The Lying Tongue: A Novel
by Andrew Wilson
The Biographer's Tale
A review by Michael Collins
"Wherever I went I saw a question mark at the heart of the city." This evocative opening line, which begins Andrew Wilson's The Lying Tongue, provides a telling metaphor for an extraordinary work of imaginative genius, meshing Dickens's gothic atmosphere with Hitchcock'ssuspenseful creepiness.
The novel opens in Venice with a travelogue of shimmering historical description dappled with poetic detail. The narrator, Adam Woods, a recently graduated and troubled student, tells us he has taken leave of England to start anew after an unseemly end to a relationship with his girlfriend. He has a job offer to tutor a 16-year-old boy and aspirations to write a novel.
The tutoring job falls through before Woods even starts his new life. But good fortune strikes, and he is informed that a reclusive English author living in Venice, Gordon Crace, is in need of a personal assistant. Woods applies for and secures the job, describing his
employer's liver-spotted hand during their initial handshake as feeling like the "lifeless body of a tiny bird."
What unfolds, in three discreet parts, is Woods's initial fascination with the aged Crace, whose first and only novel, published in the 1960s, was an international bestseller. Crace is loath to mention his life as a writer and warns Woods against transgressing onto the subject, though he knows Woods aspires to be a writer. Their relationship is tenuous, claustrophobic and downright unnerving, underscored by a sublimated sexual tension as Crace, in his infirmity, comes to depend entirely on Woods as a surrogate companion.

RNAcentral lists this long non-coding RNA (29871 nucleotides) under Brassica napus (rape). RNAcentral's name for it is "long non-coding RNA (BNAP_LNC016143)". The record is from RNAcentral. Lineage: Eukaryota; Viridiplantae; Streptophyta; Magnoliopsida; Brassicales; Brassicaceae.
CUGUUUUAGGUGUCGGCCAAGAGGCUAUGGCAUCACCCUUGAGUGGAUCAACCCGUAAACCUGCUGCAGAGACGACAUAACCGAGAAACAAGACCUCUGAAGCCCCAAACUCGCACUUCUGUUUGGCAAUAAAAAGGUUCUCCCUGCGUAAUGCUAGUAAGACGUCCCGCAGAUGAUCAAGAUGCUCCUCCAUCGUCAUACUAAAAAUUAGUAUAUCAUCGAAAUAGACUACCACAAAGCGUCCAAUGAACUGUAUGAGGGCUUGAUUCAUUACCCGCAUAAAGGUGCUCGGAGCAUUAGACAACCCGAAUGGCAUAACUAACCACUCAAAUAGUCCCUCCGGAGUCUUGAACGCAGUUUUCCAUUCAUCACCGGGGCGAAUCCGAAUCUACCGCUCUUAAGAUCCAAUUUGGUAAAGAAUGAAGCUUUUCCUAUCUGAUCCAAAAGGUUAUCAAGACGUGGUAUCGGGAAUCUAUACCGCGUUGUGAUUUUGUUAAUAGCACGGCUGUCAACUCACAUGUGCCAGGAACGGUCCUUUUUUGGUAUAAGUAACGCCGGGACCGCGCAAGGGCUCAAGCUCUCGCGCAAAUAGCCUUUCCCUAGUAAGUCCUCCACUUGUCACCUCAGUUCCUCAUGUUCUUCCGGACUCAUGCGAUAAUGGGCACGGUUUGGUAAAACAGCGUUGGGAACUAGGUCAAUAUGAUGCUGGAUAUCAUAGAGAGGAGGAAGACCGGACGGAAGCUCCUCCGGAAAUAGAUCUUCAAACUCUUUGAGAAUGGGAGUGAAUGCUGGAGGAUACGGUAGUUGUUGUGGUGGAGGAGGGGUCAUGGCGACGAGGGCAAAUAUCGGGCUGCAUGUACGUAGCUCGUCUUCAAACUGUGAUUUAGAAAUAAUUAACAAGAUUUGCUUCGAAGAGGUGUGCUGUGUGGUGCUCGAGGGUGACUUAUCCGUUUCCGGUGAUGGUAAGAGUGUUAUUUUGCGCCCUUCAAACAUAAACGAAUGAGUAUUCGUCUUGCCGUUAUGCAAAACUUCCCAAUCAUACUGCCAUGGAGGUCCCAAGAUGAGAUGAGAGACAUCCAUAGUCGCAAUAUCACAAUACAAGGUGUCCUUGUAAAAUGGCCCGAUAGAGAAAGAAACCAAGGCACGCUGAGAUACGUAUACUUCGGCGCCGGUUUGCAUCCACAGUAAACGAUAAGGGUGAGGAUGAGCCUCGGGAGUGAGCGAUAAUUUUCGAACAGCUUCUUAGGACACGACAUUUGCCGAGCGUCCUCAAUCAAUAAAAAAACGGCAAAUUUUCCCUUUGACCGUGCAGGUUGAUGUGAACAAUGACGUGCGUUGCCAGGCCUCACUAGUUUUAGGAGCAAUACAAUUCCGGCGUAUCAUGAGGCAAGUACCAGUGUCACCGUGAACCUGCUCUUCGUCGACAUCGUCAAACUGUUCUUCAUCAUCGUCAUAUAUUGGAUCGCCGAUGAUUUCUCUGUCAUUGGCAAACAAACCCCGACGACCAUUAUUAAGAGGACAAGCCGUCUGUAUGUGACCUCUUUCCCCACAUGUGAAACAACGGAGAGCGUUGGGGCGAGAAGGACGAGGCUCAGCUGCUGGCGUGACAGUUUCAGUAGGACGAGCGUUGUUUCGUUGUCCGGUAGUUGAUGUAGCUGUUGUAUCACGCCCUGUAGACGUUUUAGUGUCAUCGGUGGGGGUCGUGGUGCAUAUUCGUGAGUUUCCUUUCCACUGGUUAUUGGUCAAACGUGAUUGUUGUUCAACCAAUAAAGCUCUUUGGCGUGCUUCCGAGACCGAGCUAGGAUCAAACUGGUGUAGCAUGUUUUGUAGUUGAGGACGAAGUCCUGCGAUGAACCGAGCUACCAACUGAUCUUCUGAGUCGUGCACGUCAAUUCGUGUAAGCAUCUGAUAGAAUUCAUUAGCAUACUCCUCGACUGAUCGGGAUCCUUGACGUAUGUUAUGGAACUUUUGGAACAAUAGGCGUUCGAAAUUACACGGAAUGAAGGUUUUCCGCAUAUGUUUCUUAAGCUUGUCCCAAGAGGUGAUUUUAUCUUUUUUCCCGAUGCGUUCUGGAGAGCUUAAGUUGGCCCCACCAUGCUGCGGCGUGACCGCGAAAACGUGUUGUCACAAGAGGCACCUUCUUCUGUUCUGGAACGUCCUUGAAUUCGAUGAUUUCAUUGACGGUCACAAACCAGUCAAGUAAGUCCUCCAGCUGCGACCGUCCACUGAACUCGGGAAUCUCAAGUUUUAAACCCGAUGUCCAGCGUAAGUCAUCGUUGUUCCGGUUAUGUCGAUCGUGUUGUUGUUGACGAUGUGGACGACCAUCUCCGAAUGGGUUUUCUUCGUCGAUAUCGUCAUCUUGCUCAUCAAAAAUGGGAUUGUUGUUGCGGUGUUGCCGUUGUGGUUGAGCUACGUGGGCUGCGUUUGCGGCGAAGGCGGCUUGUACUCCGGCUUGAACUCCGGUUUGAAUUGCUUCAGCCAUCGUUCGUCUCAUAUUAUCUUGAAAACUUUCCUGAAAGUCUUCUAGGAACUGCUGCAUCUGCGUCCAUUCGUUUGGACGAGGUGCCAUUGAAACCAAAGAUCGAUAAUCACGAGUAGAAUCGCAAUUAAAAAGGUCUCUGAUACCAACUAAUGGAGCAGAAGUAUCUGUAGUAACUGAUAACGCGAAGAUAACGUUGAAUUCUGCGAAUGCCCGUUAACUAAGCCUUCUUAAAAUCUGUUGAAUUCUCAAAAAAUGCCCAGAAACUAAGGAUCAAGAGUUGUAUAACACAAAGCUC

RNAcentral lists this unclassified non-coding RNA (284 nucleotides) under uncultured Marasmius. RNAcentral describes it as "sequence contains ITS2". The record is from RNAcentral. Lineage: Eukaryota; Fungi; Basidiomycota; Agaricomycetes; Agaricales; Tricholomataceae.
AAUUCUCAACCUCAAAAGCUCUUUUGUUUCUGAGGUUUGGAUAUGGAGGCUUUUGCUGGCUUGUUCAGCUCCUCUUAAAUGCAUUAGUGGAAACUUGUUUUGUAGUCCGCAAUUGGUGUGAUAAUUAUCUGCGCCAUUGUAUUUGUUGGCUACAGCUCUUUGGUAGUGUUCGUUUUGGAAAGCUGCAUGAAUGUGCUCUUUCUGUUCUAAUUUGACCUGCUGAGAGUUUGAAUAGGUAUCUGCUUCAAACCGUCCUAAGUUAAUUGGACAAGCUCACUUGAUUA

The gothic noir of the isolated relationship, set against the silent movement of gondolas and fog, is eerie. Failing in his attempt to write his own novel, Woods begins secretly writing a biography of Crace. As he sifts through Crace's personal correspondence, we are led through the enthralling process of how a biographer goes about resurrecting a buried life with the power to shape and define a subject's reputation and immortality. Early on, Woods hits pay dirt: a blackmail letter seemingly alluding to the death of Crace's one-time lover.
The intensity heightens as Woods's disgust for Crace deepens, and he becomes determined to unearth his subject's past. Under the pretext of leaving to attend a funeral, Woods departs for England. Equally at home in exploring the rain-sodden British Isles, Wilson demonstrates his true scope as a writer. The novel takes on a breathtaking pace as Woods uncovers disturbing details related to Crace's tenure at a boys' school. Armed with sufficient evidence to force Crace into helping him publish the biography, Woods returns to Venice and a surreally violent denouement.
With an intriguing climactic twist that borrows from the esoteric coded messaging made famous in The Da Vinci Code, Wilson pulls off a mesmerizing tale that seeks to answer the question "Who are we really?"
Michael Collins is the author of six novels, including, most recently, Death of a Writer.
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